Learning to Lead

I did something different in this past week’s ballroom lesson: I learned to lead! Traditionally, men lead and women follow in the ballroom dances. However, it’s very common outside of the U.S. to see female couples competing in ballroom, especially in younger or more beginner levels, simply because there aren’t enough boys to act as partners. You see my soul sister Fran leading in group classes and on the competition floor in the classic movie Strictly Ballroom.

Strictly Ballroom (1992)

Why learn to lead?

First of all, it’s a fun challenge to reverse roles as a ballroom dancer! I’ve always had an interest in learning the leader role of ballroom dances because only learning the follower role meant I was only really learning half of the dance. Learning what your partner needs to do and what they need you to do creates a better understanding of the partnership as a whole, which can only lead to a better connection and more enjoyable dancing together. Understanding how to cue a lead can also help you recognize when someone else is trying to cue you as a follower.

On a more practical level, learning how to lead basics in social dances meant I could dance more dances at studio parties or events, either as a traditional follower or as a leader when traditional leaders (men) were in short supply. Plus, partnering with another woman here in Maine means one of us needs to lead! It’s an advantage for amateur couples like us to have at least one person know both the roles, so when you’re practicing and get stuck, you don’t need your coach there to bail you out. Pro-am students are lucky to have their pro partners there whenever they’re practicing as a couple.

Reversing roles

Having led basic ballroom steps in the past, I expected that leading the Waltz routine we’ve been working on would consist mostly of simply reversing my steps. Instead of stepping back with my right foot, I would step forward with my left. It was more complicated than that! I found it fascinating to learn that not only is the leader’s footwork not always a mirror to the follower’s, it’s also not always the same timing. The first wall of our Waltz has a syncopated right turn for the follower, timed 1-and-2-3. In order to lead it properly, the leader’s footwork is timed 1-2-and-3. I don’t know why, but this little difference really stood out to me.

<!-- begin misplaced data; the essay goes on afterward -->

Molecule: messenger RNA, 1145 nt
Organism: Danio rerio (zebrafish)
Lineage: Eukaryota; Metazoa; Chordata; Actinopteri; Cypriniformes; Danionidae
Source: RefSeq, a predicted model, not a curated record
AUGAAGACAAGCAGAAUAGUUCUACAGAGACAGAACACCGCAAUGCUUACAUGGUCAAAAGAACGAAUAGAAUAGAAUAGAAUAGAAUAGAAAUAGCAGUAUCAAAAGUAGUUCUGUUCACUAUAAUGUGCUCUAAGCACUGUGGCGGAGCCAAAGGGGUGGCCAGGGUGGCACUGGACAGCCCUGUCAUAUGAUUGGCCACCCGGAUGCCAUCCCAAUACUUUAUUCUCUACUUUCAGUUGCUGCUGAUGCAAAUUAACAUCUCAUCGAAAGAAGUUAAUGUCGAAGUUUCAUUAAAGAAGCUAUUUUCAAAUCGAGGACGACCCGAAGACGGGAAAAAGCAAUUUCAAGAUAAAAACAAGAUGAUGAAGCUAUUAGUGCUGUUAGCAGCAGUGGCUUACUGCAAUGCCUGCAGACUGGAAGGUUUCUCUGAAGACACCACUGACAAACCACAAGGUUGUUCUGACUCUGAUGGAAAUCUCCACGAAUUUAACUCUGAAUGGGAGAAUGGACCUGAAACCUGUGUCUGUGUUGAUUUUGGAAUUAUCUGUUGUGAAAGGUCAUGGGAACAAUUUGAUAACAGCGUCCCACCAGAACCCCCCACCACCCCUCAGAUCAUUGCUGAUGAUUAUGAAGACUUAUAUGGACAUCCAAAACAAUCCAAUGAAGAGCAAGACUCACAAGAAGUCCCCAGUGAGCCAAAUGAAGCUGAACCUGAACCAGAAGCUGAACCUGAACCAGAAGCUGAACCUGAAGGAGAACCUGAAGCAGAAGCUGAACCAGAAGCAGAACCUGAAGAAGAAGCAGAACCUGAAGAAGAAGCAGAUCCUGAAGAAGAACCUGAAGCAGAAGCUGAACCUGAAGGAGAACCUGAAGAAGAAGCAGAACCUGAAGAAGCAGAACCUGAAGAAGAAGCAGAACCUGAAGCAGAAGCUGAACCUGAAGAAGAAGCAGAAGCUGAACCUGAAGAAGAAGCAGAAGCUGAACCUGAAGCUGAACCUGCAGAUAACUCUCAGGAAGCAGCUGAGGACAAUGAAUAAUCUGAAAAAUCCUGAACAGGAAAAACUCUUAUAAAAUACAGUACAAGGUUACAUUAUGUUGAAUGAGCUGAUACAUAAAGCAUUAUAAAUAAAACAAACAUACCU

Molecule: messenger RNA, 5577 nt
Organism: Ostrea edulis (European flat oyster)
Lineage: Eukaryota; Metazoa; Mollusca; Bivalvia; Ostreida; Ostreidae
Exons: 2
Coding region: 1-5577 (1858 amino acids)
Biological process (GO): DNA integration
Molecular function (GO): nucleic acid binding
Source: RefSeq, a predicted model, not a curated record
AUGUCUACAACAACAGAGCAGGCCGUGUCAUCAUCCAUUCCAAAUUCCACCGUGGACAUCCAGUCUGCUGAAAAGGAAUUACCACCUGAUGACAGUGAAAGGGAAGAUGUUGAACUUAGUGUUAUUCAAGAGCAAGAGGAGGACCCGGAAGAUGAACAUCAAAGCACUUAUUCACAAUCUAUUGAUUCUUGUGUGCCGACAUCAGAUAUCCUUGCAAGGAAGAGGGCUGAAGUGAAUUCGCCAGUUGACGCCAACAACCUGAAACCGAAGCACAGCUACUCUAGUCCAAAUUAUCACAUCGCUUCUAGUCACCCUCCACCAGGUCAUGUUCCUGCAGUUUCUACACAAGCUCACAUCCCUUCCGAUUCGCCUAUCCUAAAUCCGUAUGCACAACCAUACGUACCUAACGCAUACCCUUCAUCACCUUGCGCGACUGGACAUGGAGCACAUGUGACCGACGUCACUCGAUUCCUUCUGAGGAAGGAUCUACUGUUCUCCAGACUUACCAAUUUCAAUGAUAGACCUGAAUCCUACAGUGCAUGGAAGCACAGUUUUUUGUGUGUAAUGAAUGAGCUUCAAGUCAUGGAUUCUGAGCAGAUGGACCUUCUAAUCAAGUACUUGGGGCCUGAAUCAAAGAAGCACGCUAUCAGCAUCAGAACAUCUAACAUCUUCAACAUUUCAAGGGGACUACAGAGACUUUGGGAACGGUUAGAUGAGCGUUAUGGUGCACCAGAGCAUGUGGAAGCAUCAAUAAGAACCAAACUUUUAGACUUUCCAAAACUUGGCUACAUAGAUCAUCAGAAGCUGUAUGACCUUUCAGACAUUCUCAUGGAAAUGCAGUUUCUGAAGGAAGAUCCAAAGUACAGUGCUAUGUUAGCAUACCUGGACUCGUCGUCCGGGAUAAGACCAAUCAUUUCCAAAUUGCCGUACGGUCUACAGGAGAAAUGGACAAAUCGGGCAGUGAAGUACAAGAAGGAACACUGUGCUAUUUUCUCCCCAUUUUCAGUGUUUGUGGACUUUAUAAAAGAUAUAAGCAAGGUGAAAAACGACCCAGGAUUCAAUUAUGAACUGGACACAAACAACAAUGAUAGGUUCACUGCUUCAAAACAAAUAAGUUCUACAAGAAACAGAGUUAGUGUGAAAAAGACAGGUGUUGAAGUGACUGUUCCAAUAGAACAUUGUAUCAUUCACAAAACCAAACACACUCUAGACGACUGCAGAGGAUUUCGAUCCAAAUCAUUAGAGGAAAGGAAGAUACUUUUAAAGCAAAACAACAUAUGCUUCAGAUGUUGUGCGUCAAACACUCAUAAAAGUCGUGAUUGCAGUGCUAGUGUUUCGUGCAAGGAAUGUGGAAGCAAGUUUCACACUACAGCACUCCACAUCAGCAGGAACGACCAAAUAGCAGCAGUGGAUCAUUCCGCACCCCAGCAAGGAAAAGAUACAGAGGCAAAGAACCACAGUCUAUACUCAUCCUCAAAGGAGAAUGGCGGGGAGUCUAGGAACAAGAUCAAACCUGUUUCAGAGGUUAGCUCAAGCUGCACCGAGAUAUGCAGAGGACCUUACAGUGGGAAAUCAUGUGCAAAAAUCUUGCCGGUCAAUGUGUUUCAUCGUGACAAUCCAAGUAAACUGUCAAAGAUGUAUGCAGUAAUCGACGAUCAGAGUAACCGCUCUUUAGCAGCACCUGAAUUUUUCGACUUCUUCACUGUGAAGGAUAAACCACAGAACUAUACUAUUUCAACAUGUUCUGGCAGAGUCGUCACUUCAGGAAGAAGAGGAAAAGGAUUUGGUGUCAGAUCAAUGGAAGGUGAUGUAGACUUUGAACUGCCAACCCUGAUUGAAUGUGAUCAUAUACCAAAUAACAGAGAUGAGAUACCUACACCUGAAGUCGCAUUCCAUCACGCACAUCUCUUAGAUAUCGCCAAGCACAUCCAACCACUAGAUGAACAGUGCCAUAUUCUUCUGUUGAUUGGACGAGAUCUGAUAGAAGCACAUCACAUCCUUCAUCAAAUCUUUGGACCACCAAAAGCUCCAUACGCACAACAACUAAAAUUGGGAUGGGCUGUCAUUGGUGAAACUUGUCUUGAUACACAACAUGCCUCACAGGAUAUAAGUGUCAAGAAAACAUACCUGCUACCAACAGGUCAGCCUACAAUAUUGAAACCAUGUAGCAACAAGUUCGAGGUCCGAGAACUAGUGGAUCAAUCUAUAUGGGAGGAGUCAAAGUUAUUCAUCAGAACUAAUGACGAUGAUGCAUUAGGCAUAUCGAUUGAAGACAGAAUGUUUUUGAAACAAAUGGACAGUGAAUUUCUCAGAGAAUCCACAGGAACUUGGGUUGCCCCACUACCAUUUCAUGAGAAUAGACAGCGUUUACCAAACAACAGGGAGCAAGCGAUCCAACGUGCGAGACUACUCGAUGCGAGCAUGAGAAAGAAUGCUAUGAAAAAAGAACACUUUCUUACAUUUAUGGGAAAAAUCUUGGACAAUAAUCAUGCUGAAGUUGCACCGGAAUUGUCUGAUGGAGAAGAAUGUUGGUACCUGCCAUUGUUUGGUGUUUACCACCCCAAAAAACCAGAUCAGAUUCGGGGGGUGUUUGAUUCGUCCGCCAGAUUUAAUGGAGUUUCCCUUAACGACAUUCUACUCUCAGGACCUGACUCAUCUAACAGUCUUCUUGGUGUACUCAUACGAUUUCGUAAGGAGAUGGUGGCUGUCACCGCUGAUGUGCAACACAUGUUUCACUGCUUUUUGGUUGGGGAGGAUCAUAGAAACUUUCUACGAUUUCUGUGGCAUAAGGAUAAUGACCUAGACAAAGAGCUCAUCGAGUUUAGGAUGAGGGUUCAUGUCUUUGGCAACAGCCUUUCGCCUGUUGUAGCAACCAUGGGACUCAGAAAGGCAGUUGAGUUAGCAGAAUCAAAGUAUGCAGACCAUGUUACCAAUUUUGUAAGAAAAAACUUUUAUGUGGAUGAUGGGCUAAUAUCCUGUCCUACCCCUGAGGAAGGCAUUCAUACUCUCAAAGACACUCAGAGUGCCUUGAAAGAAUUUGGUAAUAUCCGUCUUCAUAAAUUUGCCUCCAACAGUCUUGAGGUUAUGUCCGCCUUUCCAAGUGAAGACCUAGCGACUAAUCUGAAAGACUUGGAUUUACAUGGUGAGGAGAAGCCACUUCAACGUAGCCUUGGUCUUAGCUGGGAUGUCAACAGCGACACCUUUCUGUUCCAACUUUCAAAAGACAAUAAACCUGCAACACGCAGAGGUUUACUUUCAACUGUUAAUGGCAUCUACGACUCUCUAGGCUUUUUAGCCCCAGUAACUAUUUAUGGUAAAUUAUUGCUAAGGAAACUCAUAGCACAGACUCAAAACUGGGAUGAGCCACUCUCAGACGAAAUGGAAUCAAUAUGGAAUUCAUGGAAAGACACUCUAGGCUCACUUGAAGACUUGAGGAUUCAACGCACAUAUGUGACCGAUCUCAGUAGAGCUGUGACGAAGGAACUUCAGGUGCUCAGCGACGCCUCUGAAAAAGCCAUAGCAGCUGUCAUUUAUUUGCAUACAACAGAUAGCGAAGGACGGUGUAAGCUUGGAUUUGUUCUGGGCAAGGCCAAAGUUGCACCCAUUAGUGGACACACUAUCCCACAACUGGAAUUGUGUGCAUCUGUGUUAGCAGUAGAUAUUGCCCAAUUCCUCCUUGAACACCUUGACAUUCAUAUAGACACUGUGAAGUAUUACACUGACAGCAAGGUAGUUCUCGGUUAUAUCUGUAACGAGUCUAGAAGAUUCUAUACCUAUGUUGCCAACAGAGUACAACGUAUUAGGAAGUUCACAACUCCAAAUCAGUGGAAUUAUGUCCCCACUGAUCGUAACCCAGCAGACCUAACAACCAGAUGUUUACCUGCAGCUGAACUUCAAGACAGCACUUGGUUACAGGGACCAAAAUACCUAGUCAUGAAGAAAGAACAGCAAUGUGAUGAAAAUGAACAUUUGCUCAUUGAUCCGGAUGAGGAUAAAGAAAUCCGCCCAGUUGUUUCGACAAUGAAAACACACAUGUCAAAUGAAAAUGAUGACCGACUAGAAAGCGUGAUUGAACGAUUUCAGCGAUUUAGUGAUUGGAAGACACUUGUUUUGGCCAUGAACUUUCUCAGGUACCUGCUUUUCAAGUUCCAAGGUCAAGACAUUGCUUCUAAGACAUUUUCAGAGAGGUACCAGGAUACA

Another fascinating moment for me came when I learned how to lead the runaround turn into an impetus. This move is relatively simple for the follower because all the follower does is forward steps as the leader takes them around in a circle and then out into the final promenade position. But as the leader, I have to rotate my upper body only for first 1-and, then take two forward steps, and then take a back step into a heel pull. It’s so slick how much is going on in the leader’s steps that you don’t realize as a follower in order to get their partner to simply move in a circle around them and then come out of it.

Challenges

I encountered several unexpected challenges while learning the lead half of our Waltz routine. First is the waiting. The leader does a lot more waiting than the follower, which makes sense because the leader initiates the movement and then needs to wait for the follower to respond. This wait might only be a second or two, but when you’re used to reacting instead of initiating, it feels weird to wait. It requires a different kind of control in the body because obviously, you can’t just stop in the middle of your dance like you’re waiting for a bus. You have to keep dancing, and maintain energy through the body in order to maintain a connection with your partner. I quickly learned that the worst thing you can do is rush to the next step, especially if your follower is still completing the previous step. I’ve definitely felt the disastrous consequences of that as a follower!